Created on Wednesday, 13 March 2013 Written by AMANDA LEE MYERS,Associated Press
CINCINNATI (AP) — A man found guilty of killing 11 women and hiding their remains around his Cleveland home got a fair trial, and his conviction and death sentence should stand, state prosecutors told the Supreme Court.
FILE - Anthony Sowell enters a courtroom Sept. 12, 2011, in Cleveland. Sowell, found guilty of killing 11 women and hiding their remains around his Cleveland home, got a fair trial, and his conviction and death sentence should stand, state prosecutors told the Supreme Court on Tuesday. (AP Photo/Tony Dejak, File)
Responding to an appeal by convicted serial killer Anthony Sowell, prosecutors told the court in Monday's filing that he is "the worst offender in the history of Cuyahoga County and arguably of the State of Ohio."
"Sowell brutally murdered 11 innocent women by strangling them to death," prosecutors wrote. "He left their bodies lying around his house like garbage."
In their appeal in October, Sowell's attorneys argued that their client's original lawyers were his "chief saboteurs" and wrongly wasted time by arguing to jurors that there was reasonable doubt about Sowell's guilt in the face of the overwhelming evidence against him and his own confession.
Instead, his current attorneys argue, Sowell's previous defense team should have conceded that he was guilty and focused on sparing him from the death penalty in favor of life in prison without the possibility of parole.
"Counsel repeatedly directed the jurors' attention to gruesome and painfully damning evidence," Sowell's attorneys wrote. "This quixotic undertaking damaged counsels' credibility, made them look desperate in the process and likely irritated the jurors by unnecessarily dragging out the trial. Counsels' strategy was not justly chosen; it was irrational."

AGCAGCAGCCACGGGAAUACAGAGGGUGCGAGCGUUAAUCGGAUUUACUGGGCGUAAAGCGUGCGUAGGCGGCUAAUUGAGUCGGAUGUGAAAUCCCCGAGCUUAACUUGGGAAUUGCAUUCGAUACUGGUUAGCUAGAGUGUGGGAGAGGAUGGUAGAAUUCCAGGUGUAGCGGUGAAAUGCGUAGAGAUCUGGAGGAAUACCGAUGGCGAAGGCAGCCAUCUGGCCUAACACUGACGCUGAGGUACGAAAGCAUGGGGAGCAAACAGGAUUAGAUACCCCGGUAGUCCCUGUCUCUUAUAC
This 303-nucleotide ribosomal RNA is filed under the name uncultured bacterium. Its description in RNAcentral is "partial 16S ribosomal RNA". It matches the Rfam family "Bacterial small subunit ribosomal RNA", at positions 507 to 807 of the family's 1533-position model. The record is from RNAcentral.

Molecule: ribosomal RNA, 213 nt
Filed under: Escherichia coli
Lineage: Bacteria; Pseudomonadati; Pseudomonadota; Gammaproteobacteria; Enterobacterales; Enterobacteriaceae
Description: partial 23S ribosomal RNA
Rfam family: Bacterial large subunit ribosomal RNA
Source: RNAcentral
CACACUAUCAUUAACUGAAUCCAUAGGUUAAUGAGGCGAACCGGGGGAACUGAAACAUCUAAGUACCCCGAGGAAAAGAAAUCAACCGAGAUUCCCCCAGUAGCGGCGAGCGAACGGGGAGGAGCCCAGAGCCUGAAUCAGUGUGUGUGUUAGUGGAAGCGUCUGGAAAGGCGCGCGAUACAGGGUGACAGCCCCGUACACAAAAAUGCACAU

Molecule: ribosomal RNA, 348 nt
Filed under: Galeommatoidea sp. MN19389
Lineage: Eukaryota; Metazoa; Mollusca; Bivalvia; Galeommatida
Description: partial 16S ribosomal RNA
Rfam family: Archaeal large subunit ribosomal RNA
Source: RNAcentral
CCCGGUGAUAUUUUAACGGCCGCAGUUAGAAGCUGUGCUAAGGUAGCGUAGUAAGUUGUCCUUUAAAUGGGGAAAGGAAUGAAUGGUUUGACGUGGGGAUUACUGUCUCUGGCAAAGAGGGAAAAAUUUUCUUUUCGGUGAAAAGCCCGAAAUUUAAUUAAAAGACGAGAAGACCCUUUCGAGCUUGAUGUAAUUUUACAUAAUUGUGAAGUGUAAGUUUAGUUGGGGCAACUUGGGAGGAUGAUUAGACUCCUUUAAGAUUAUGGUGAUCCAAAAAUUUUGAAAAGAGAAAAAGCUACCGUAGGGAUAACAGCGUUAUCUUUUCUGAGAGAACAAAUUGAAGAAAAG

State prosecutors say that argument amounts to Sowell saying that he was denied a fair trial by getting one.
"Sowell had an absolute constitutional right to go to trial and to force the state to prove his guilt on every charge in the indictment beyond a reasonable doubt," according to the prosecutors' filing. "Sowell's position has no support in case law or in the Constitution, and he cannot demonstrate deficient performance (of counsel) based on the exercise of his own constitutional rights."
Sowell's attorneys will get a chance to respond to the prosecutors' filing, and then the Ohio Supreme Court can rule whether to uphold Sowell's conviction and death sentence.
Jurors found Sowell guilty of killing 11 women from June 2007 to July 2009. Police found their mostly nude bodies throughout the house after a woman escaped and said she had been raped in there.
Sowell's victims ranged in age from 24 to 52, all were recovering or current drug addicts and most died of strangulation; some had been decapitated, and others were so badly decomposed that coroners couldn't say with certainty how they died.
In interviews with police, Sowell said he targeted black women who reminded him of his ex-girlfriend, who had been addicted to crack and left him shortly before the killings began.
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